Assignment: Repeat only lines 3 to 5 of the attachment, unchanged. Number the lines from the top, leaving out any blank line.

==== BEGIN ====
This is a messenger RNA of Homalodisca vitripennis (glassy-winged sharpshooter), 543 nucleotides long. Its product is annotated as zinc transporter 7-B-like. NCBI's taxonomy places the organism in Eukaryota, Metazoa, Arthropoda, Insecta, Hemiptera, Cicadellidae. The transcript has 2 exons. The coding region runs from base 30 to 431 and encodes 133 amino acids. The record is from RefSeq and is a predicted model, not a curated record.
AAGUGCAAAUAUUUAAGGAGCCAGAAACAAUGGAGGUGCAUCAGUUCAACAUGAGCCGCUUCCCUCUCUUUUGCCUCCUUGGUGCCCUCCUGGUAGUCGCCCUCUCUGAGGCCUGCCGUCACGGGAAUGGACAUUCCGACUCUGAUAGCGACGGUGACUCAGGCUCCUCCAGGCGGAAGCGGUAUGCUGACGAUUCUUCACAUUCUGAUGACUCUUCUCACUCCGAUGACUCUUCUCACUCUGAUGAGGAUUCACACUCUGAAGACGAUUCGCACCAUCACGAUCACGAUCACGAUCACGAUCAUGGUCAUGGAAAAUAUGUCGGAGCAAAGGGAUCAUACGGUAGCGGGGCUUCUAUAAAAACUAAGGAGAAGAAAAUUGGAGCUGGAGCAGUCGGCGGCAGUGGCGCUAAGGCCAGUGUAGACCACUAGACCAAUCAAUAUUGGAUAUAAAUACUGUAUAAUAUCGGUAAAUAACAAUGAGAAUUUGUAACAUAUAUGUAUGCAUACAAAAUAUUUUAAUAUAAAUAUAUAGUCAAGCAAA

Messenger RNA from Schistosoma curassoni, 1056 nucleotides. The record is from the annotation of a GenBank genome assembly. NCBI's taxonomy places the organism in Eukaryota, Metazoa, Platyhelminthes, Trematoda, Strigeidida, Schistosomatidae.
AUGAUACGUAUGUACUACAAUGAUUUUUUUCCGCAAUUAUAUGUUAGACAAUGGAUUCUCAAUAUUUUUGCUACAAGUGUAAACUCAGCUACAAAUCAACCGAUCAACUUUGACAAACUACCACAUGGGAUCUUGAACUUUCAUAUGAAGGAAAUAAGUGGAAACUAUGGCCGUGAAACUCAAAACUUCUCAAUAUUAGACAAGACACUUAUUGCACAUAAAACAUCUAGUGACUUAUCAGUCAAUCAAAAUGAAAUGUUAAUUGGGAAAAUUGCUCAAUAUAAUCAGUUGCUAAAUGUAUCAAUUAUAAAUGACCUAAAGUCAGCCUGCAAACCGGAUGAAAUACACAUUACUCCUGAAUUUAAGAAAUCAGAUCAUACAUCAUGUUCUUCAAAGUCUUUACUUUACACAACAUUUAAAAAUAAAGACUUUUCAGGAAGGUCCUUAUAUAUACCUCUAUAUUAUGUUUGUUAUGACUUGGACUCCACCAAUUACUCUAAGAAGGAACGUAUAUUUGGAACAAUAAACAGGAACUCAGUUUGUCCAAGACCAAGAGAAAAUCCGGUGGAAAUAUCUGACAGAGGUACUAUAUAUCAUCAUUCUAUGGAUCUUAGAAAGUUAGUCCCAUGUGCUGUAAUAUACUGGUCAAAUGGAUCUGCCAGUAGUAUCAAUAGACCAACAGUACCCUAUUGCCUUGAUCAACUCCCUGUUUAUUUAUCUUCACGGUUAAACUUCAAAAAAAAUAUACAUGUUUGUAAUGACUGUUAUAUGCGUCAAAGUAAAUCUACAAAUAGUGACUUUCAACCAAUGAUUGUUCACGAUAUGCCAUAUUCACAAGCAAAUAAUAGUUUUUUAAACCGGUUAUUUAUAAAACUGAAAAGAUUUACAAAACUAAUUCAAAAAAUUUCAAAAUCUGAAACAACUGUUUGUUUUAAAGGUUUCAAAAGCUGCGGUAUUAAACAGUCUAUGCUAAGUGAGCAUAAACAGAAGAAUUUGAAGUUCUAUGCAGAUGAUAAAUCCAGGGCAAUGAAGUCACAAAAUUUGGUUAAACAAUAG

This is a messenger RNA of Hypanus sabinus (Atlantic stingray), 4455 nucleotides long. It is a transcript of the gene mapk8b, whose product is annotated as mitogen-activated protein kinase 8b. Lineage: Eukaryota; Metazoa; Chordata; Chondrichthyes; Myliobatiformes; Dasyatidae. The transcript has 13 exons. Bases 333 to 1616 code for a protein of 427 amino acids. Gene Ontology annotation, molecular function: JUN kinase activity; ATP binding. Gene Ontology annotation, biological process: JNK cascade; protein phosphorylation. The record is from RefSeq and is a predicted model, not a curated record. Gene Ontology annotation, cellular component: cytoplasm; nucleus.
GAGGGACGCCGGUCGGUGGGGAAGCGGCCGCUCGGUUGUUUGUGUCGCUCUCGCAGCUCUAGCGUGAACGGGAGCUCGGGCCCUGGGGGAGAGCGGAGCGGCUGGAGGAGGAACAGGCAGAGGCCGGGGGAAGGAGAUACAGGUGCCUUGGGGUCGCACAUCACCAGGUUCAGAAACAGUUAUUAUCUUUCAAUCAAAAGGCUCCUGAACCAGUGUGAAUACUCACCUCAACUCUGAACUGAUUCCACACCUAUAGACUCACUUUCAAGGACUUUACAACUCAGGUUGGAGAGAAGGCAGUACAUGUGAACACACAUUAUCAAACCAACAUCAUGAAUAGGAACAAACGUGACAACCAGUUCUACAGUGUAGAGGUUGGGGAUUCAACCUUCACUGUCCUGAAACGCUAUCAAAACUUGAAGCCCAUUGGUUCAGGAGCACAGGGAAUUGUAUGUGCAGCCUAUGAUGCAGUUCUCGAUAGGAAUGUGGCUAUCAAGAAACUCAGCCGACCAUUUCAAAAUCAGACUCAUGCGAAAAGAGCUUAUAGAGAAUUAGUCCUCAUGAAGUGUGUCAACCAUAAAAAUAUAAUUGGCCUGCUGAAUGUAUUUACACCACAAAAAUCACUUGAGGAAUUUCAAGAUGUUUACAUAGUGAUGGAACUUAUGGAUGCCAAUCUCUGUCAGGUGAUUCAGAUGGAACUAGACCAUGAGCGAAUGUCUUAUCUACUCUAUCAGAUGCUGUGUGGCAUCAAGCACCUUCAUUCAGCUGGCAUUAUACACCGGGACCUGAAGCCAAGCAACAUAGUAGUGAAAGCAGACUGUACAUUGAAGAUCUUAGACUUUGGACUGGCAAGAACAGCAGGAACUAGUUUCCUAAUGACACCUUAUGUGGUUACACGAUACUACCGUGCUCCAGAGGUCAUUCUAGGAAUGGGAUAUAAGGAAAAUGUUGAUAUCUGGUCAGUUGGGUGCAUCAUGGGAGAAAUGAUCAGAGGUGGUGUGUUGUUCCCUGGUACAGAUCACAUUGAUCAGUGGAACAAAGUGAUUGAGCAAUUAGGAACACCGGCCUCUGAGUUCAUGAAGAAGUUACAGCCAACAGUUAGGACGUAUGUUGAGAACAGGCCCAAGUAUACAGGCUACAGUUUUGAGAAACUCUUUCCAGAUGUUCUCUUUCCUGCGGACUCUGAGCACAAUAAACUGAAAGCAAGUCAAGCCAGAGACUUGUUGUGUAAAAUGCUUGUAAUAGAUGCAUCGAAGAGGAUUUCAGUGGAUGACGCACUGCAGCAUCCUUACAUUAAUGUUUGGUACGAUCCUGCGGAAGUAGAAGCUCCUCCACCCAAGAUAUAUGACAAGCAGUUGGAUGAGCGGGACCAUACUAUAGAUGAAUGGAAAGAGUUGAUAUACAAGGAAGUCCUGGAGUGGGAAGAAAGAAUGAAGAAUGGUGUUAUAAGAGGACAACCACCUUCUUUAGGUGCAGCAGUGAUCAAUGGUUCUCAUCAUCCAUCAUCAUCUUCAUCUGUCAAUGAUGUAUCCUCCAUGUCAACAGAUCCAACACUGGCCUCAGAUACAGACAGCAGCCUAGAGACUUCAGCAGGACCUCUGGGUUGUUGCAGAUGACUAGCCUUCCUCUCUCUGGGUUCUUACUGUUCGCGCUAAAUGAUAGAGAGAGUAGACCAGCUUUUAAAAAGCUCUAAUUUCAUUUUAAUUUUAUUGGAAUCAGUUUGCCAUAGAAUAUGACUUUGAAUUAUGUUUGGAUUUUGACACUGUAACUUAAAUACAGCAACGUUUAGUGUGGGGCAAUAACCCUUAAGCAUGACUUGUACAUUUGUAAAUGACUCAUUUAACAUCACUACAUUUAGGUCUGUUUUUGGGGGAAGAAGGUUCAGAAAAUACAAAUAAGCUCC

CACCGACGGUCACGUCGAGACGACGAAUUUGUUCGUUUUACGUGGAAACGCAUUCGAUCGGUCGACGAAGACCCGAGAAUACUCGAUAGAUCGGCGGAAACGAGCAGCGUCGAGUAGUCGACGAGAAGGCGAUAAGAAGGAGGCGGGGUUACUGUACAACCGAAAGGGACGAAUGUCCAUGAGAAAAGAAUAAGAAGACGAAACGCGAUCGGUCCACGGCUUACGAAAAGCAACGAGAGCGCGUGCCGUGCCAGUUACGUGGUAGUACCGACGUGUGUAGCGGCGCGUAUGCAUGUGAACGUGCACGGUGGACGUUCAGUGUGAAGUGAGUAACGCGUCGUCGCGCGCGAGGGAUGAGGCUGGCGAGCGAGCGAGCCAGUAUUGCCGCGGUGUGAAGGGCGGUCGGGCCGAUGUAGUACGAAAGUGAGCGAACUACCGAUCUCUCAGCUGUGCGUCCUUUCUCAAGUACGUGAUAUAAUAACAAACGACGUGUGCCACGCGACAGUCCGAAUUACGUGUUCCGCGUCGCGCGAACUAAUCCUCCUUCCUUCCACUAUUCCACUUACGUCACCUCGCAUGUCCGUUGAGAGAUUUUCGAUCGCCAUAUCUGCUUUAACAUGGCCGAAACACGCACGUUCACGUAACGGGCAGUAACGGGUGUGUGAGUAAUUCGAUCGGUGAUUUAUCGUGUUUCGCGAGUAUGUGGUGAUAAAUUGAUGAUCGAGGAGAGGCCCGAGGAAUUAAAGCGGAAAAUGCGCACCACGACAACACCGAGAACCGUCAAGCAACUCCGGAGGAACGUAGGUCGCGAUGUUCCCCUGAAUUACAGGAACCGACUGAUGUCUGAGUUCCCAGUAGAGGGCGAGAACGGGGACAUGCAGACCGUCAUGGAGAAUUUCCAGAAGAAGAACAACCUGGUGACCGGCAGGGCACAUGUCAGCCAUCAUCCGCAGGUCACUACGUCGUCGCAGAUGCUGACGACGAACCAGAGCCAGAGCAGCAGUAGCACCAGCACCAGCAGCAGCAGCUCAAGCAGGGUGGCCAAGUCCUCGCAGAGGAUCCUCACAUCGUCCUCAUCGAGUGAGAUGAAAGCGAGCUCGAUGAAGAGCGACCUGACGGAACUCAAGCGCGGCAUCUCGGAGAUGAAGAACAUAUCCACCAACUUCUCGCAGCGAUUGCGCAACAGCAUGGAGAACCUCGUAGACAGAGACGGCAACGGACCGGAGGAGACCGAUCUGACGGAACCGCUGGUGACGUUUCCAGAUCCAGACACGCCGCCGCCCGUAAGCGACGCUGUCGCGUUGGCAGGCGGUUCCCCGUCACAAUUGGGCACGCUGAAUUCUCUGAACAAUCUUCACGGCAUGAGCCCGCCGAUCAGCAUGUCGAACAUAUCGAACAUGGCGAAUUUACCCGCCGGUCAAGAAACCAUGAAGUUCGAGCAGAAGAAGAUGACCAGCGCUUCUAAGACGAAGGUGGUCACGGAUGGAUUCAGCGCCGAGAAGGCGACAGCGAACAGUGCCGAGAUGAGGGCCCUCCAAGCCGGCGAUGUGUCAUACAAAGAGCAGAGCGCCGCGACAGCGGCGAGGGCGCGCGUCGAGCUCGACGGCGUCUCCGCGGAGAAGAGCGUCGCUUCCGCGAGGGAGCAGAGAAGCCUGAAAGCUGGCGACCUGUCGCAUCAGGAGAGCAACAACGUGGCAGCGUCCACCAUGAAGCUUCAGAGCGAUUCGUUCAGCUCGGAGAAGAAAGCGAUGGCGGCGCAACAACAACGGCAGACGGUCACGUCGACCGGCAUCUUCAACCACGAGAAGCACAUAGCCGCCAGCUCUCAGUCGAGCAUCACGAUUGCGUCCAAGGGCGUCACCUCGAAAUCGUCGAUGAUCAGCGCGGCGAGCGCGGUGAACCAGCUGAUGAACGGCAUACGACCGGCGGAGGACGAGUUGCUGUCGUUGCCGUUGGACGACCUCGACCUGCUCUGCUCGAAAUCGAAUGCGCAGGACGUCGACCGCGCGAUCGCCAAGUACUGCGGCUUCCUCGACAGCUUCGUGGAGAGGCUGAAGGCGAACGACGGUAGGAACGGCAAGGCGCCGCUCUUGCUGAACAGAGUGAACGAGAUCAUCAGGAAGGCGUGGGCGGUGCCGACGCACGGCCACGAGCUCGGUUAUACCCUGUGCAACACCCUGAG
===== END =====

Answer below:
Messenger RNA from Schistosoma curassoni, 1056 nucleotides. The record is from the annotation of a GenBank genome assembly. NCBI's taxonomy places the organism in Eukaryota, Metazoa, Platyhelminthes, Trematoda, Strigeidida, Schistosomatidae.
AUGAUACGUAUGUACUACAAUGAUUUUUUUCCGCAAUUAUAUGUUAGACAAUGGAUUCUCAAUAUUUUUGCUACAAGUGUAAACUCAGCUACAAAUCAACCGAUCAACUUUGACAAACUACCACAUGGGAUCUUGAACUUUCAUAUGAAGGAAAUAAGUGGAAACUAUGGCCGUGAAACUCAAAACUUCUCAAUAUUAGACAAGACACUUAUUGCACAUAAAACAUCUAGUGACUUAUCAGUCAAUCAAAAUGAAAUGUUAAUUGGGAAAAUUGCUCAAUAUAAUCAGUUGCUAAAUGUAUCAAUUAUAAAUGACCUAAAGUCAGCCUGCAAACCGGAUGAAAUACACAUUACUCCUGAAUUUAAGAAAUCAGAUCAUACAUCAUGUUCUUCAAAGUCUUUACUUUACACAACAUUUAAAAAUAAAGACUUUUCAGGAAGGUCCUUAUAUAUACCUCUAUAUUAUGUUUGUUAUGACUUGGACUCCACCAAUUACUCUAAGAAGGAACGUAUAUUUGGAACAAUAAACAGGAACUCAGUUUGUCCAAGACCAAGAGAAAAUCCGGUGGAAAUAUCUGACAGAGGUACUAUAUAUCAUCAUUCUAUGGAUCUUAGAAAGUUAGUCCCAUGUGCUGUAAUAUACUGGUCAAAUGGAUCUGCCAGUAGUAUCAAUAGACCAACAGUACCCUAUUGCCUUGAUCAACUCCCUGUUUAUUUAUCUUCACGGUUAAACUUCAAAAAAAAUAUACAUGUUUGUAAUGACUGUUAUAUGCGUCAAAGUAAAUCUACAAAUAGUGACUUUCAACCAAUGAUUGUUCACGAUAUGCCAUAUUCACAAGCAAAUAAUAGUUUUUUAAACCGGUUAUUUAUAAAACUGAAAAGAUUUACAAAACUAAUUCAAAAAAUUUCAAAAUCUGAAACAACUGUUUGUUUUAAAGGUUUCAAAAGCUGCGGUAUUAAACAGUCUAUGCUAAGUGAGCAUAAACAGAAGAAUUUGAAGUUCUAUGCAGAUGAUAAAUCCAGGGCAAUGAAGUCACAAAAUUUGGUUAAACAAUAG

This is a messenger RNA of Hypanus sabinus (Atlantic stingray), 4455 nucleotides long. It is a transcript of the gene mapk8b, whose product is annotated as mitogen-activated protein kinase 8b. Lineage: Eukaryota; Metazoa; Chordata; Chondrichthyes; Myliobatiformes; Dasyatidae. The transcript has 13 exons. Bases 333 to 1616 code for a protein of 427 amino acids. Gene Ontology annotation, molecular function: JUN kinase activity; ATP binding. Gene Ontology annotation, biological process: JNK cascade; protein phosphorylation. The record is from RefSeq and is a predicted model, not a curated record. Gene Ontology annotation, cellular component: cytoplasm; nucleus.